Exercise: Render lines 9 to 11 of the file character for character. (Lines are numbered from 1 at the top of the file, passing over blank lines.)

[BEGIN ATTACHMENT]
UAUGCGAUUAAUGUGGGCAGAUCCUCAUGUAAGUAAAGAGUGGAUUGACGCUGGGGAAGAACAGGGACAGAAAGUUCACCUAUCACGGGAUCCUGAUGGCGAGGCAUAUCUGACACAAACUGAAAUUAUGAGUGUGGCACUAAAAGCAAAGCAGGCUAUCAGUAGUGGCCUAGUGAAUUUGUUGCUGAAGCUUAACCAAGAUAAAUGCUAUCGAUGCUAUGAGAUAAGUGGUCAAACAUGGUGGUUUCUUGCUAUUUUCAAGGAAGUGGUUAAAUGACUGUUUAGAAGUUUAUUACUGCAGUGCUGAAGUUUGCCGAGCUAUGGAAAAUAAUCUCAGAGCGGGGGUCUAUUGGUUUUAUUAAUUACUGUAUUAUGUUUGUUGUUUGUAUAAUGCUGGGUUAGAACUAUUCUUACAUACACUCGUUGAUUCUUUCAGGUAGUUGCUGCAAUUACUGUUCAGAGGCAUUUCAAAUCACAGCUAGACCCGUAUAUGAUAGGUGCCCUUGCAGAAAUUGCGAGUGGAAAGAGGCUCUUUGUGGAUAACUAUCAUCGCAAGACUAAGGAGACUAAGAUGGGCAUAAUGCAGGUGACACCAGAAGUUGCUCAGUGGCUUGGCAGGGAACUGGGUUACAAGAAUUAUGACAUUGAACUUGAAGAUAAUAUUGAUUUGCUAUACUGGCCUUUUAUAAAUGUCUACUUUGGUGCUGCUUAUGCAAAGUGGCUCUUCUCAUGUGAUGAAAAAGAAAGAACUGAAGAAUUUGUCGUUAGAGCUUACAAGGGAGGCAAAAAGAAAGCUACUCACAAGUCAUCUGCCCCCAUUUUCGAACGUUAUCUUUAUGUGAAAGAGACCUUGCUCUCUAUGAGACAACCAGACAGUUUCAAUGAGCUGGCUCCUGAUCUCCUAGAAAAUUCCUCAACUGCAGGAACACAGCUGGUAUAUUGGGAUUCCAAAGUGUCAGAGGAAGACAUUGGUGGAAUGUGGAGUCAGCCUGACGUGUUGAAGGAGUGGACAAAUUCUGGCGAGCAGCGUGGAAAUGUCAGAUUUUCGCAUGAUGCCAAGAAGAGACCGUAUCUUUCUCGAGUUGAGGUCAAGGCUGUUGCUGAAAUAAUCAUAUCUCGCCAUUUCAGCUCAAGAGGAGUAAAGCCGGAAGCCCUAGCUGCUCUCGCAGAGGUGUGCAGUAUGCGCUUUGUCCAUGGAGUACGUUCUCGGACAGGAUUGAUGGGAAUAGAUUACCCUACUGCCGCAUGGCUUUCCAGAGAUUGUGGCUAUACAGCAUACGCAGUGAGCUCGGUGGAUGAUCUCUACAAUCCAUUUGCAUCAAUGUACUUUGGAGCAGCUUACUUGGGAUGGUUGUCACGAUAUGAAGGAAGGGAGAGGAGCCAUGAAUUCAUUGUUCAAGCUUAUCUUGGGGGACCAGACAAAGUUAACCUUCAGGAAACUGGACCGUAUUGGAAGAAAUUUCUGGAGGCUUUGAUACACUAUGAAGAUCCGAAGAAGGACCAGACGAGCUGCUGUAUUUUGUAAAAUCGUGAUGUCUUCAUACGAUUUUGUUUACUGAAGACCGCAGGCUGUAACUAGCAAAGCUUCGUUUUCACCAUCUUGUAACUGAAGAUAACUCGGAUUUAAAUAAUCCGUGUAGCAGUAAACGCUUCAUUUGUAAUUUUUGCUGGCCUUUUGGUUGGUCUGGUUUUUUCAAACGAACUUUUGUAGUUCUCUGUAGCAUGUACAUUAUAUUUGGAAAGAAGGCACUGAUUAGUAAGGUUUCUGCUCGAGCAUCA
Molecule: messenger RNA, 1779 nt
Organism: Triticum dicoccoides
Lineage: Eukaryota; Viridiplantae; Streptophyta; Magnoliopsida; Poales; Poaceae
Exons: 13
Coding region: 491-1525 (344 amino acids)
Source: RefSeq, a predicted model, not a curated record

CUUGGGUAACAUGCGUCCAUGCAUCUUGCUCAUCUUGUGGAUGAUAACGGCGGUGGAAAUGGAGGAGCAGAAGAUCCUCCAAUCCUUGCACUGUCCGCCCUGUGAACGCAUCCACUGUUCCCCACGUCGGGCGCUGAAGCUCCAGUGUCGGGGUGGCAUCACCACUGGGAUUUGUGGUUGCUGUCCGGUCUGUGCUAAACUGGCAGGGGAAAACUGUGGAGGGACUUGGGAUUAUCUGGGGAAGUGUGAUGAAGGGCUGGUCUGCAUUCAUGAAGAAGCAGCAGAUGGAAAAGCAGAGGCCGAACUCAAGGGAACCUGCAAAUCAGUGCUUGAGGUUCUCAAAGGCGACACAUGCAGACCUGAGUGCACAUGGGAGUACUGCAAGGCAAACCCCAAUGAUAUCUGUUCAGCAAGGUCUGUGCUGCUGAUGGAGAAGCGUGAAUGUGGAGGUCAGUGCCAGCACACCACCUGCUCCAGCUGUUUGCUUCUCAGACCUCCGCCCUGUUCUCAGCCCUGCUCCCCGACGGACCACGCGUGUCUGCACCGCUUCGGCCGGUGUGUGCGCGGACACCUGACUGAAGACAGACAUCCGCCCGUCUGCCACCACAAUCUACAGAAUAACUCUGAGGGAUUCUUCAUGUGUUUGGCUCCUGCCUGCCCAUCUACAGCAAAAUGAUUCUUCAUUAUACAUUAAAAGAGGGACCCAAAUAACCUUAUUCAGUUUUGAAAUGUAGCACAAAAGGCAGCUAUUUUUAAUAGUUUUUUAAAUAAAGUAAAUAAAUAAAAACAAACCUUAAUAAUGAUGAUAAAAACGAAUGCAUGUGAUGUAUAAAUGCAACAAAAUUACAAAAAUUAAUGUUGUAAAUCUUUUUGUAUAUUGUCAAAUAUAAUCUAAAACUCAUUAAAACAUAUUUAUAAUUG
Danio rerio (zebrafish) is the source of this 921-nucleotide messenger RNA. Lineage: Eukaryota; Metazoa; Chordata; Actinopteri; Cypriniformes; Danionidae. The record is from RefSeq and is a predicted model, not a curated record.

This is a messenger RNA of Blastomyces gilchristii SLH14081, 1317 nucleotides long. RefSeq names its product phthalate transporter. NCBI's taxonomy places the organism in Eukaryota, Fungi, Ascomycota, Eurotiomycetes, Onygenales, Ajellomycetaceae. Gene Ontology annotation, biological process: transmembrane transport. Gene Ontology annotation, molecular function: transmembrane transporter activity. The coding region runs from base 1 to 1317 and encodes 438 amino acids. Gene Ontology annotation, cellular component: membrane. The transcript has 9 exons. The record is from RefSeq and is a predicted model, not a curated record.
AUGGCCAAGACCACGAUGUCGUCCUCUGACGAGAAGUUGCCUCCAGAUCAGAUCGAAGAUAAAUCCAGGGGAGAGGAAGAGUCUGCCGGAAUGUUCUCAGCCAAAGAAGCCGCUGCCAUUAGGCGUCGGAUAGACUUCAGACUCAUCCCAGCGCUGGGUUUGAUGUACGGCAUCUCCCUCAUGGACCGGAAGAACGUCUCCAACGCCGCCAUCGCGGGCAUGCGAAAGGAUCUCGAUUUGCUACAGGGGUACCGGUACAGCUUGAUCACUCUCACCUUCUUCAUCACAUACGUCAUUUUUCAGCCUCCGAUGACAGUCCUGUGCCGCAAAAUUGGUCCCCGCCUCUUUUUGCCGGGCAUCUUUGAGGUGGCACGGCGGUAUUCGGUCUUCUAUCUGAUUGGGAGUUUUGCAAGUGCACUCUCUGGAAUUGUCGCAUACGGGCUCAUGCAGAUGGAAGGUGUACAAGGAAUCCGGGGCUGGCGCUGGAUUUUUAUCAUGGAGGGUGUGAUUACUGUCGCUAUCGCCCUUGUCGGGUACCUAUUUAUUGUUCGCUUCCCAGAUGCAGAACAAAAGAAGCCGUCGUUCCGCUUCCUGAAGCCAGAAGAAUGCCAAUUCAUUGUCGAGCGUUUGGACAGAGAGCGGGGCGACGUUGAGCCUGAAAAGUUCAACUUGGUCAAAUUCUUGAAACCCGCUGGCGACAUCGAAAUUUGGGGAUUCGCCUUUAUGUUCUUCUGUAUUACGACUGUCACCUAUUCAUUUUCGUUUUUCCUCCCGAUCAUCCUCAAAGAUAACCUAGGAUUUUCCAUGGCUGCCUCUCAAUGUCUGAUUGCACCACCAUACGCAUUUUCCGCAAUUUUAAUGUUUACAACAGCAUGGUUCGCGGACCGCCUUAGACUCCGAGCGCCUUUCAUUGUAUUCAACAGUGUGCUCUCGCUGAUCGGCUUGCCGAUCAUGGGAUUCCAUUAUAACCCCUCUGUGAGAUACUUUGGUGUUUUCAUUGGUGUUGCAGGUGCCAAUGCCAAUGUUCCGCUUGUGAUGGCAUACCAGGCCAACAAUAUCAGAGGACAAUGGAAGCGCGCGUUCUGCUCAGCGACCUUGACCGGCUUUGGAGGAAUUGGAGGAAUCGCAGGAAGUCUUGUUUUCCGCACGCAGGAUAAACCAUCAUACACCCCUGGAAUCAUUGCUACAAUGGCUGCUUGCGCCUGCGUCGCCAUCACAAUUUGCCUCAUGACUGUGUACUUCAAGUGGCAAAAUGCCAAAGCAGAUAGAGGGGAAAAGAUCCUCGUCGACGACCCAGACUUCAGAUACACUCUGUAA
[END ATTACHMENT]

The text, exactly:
Danio rerio (zebrafish) is the source of this 921-nucleotide messenger RNA. Lineage: Eukaryota; Metazoa; Chordata; Actinopteri; Cypriniformes; Danionidae. The record is from RefSeq and is a predicted model, not a curated record.

This is a messenger RNA of Blastomyces gilchristii SLH14081, 1317 nucleotides long. RefSeq names its product phthalate transporter. NCBI's taxonomy places the organism in Eukaryota, Fungi, Ascomycota, Eurotiomycetes, Onygenales, Ajellomycetaceae. Gene Ontology annotation, biological process: transmembrane transport. Gene Ontology annotation, molecular function: transmembrane transporter activity. The coding region runs from base 1 to 1317 and encodes 438 amino acids. Gene Ontology annotation, cellular component: membrane. The transcript has 9 exons. The record is from RefSeq and is a predicted model, not a curated record.
AUGGCCAAGACCACGAUGUCGUCCUCUGACGAGAAGUUGCCUCCAGAUCAGAUCGAAGAUAAAUCCAGGGGAGAGGAAGAGUCUGCCGGAAUGUUCUCAGCCAAAGAAGCCGCUGCCAUUAGGCGUCGGAUAGACUUCAGACUCAUCCCAGCGCUGGGUUUGAUGUACGGCAUCUCCCUCAUGGACCGGAAGAACGUCUCCAACGCCGCCAUCGCGGGCAUGCGAAAGGAUCUCGAUUUGCUACAGGGGUACCGGUACAGCUUGAUCACUCUCACCUUCUUCAUCACAUACGUCAUUUUUCAGCCUCCGAUGACAGUCCUGUGCCGCAAAAUUGGUCCCCGCCUCUUUUUGCCGGGCAUCUUUGAGGUGGCACGGCGGUAUUCGGUCUUCUAUCUGAUUGGGAGUUUUGCAAGUGCACUCUCUGGAAUUGUCGCAUACGGGCUCAUGCAGAUGGAAGGUGUACAAGGAAUCCGGGGCUGGCGCUGGAUUUUUAUCAUGGAGGGUGUGAUUACUGUCGCUAUCGCCCUUGUCGGGUACCUAUUUAUUGUUCGCUUCCCAGAUGCAGAACAAAAGAAGCCGUCGUUCCGCUUCCUGAAGCCAGAAGAAUGCCAAUUCAUUGUCGAGCGUUUGGACAGAGAGCGGGGCGACGUUGAGCCUGAAAAGUUCAACUUGGUCAAAUUCUUGAAACCCGCUGGCGACAUCGAAAUUUGGGGAUUCGCCUUUAUGUUCUUCUGUAUUACGACUGUCACCUAUUCAUUUUCGUUUUUCCUCCCGAUCAUCCUCAAAGAUAACCUAGGAUUUUCCAUGGCUGCCUCUCAAUGUCUGAUUGCACCACCAUACGCAUUUUCCGCAAUUUUAAUGUUUACAACAGCAUGGUUCGCGGACCGCCUUAGACUCCGAGCGCCUUUCAUUGUAUUCAACAGUGUGCUCUCGCUGAUCGGCUUGCCGAUCAUGGGAUUCCAUUAUAACCCCUCUGUGAGAUACUUUGGUGUUUUCAUUGGUGUUGCAGGUGCCAAUGCCAAUGUUCCGCUUGUGAUGGCAUACCAGGCCAACAAUAUCAGAGGACAAUGGAAGCGCGCGUUCUGCUCAGCGACCUUGACCGGCUUUGGAGGAAUUGGAGGAAUCGCAGGAAGUCUUGUUUUCCGCACGCAGGAUAAACCAUCAUACACCCCUGGAAUCAUUGCUACAAUGGCUGCUUGCGCCUGCGUCGCCAUCACAAUUUGCCUCAUGACUGUGUACUUCAAGUGGCAAAAUGCCAAAGCAGAUAGAGGGGAAAAGAUCCUCGUCGACGACCCAGACUUCAGAUACACUCUGUAA